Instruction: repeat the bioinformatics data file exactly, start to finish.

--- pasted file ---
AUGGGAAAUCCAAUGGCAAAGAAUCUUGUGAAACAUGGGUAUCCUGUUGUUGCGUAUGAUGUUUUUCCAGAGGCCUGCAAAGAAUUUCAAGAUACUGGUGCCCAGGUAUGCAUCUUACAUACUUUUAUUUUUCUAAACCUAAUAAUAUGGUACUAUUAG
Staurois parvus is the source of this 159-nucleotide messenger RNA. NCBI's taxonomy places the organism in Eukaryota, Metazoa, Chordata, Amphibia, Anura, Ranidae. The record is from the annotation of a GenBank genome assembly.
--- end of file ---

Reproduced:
AUGGGAAAUCCAAUGGCAAAGAAUCUUGUGAAACAUGGGUAUCCUGUUGUUGCGUAUGAUGUUUUUCCAGAGGCCUGCAAAGAAUUUCAAGAUACUGGUGCCCAGGUAUGCAUCUUACAUACUUUUAUUUUUCUAAACCUAAUAAUAUGGUACUAUUAG
Staurois parvus is the source of this 159-nucleotide messenger RNA. NCBI's taxonomy places the organism in Eukaryota, Metazoa, Chordata, Amphibia, Anura, Ranidae. The record is from the annotation of a GenBank genome assembly.